A complex relationship between genes, hormones and social factors can lead to eating disorders in women. Kelly Klump, Michigan State University eating disorder expert, has made monumental strides in deciphering how these factors interact. In her latest discovery, she has found that during the menstrual cycle, ovarian hormones act like a master conductor – they turn genetic risk on and off in the body.
“Our previous studies were some of the first to examine shifts in eating disorder risk across the menstrual cycle,” said Klump, MSU Foundation Endowed Professor of Psychology. “We found that changes in ovarian hormones drive increases in binge eating and emotional eating across the cycle, which can be highly problematic for women, particularly since the cycle reoccurs monthly.”
Klump has now zeroed in on how and why this phenomenon occurs. Like the conductor of a symphony, ovarian hormones act on genes within the brain and body to trigger physical changes in the body. For the first time, Klump’s work has shown that these hormones can change genes that trigger psychological symptoms in women, such as emotional eating.
According to Klump, not only did rates of emotional eating change across the menstrual cycle, but the degree to which genes influenced eating patterns changed as well. This increase in genetic effects was remarkable considering that it occurs over the course of just days, not months or years.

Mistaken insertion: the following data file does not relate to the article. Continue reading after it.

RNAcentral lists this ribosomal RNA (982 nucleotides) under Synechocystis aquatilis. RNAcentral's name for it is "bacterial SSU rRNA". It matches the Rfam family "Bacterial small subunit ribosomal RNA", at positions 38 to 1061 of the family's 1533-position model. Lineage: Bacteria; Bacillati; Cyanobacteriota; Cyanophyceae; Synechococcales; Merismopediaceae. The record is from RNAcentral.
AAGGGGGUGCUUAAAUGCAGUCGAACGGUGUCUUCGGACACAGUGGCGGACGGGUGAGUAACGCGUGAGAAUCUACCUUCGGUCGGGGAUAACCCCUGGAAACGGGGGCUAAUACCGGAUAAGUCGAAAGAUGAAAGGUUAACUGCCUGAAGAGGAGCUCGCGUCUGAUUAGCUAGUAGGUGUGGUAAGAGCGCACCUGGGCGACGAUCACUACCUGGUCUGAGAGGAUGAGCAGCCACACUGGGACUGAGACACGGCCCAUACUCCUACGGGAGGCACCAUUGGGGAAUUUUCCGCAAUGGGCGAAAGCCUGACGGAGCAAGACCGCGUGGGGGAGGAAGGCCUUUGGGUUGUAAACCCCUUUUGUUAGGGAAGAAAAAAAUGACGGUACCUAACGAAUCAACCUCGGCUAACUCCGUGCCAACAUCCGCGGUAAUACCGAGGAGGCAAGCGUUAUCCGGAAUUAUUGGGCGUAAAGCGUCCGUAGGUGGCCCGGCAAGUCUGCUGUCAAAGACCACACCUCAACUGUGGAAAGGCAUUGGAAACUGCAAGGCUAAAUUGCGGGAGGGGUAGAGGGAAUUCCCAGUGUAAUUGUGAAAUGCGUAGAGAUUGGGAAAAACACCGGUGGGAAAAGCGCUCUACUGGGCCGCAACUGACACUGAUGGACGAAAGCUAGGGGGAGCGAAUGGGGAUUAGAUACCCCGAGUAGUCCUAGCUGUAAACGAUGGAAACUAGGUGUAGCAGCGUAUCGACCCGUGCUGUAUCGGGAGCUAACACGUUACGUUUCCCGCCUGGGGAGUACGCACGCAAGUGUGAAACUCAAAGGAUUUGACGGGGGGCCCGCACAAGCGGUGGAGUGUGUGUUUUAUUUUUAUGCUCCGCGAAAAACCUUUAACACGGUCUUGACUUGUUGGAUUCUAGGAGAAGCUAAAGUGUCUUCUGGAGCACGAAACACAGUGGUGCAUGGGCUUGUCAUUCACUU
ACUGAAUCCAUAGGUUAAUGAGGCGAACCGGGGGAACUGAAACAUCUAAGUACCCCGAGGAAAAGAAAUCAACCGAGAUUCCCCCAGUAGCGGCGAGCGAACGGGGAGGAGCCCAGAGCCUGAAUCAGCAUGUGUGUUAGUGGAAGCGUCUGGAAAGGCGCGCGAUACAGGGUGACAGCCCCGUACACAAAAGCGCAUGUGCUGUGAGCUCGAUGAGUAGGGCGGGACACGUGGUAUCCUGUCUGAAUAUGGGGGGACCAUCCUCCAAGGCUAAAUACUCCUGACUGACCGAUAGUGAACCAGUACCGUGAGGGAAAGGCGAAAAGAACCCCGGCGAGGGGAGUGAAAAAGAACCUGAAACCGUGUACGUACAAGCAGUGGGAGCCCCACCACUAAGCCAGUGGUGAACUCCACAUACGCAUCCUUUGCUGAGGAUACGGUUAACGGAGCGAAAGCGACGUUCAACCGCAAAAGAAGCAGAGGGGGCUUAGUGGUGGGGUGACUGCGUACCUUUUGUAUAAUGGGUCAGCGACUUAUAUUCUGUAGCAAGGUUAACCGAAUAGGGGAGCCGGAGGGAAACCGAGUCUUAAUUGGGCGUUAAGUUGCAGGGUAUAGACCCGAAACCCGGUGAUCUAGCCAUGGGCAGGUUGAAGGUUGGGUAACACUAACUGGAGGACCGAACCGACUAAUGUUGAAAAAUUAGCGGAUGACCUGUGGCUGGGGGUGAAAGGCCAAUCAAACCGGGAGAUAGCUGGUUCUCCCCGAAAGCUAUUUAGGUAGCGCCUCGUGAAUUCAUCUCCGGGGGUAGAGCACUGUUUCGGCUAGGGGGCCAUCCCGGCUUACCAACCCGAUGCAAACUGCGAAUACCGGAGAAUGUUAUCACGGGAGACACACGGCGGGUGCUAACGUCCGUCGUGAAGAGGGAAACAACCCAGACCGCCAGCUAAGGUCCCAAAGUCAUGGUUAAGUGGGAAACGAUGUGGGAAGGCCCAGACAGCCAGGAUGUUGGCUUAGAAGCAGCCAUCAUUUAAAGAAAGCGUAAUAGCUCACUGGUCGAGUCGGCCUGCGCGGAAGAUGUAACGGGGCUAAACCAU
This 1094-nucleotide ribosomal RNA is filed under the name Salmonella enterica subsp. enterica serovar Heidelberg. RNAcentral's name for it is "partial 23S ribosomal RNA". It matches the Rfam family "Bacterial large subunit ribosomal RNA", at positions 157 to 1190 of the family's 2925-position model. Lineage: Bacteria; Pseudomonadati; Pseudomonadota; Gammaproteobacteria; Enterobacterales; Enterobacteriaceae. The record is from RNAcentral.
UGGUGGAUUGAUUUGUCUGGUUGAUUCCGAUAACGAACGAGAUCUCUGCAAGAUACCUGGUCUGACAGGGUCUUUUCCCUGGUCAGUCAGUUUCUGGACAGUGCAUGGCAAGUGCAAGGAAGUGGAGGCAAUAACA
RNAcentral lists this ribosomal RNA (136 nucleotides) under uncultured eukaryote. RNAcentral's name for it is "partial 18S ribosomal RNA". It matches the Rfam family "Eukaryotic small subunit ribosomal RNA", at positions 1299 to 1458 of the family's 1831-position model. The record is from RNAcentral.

“Following the same sample of women across the menstrual cycle, we found that the influence of genes on a binge eating behavior was up to four times higher in the high risk phases of the menstrual cycle than the low risk phases,” said Klump.
The study, published in the journal Psychological Medicine, expands on Klump’s previous research on genetic influences of eating disorders. Her lab was the first to discover that ovarian hormones have an effect on genetic risk for psychiatric disorders in women. With this information, treatment providers can now pinpoint specific days within a patient’s cycle where risk of these behaviors is highest, allowing them to provide more targeted treatment options.
These same types of genetic effects might be present for other disorders that occur more often in women, such as depression and anxiety.
“This may be the tip of the iceberg in terms of the role of ovarian hormones in genetic risk for mental illness,” said Klump.
Support for the research came from the National Institute for Mental Health. In addition to Klump, the research team included Cheryl Sisk, Britny Hildebrandt, S. Alexandra Burt and Shannon O’Connor of Michigan State; Pamela Keel of Florida State University; Michael Neale of Virginia Commonwealth University; and Steven Boker of the University of Virginia.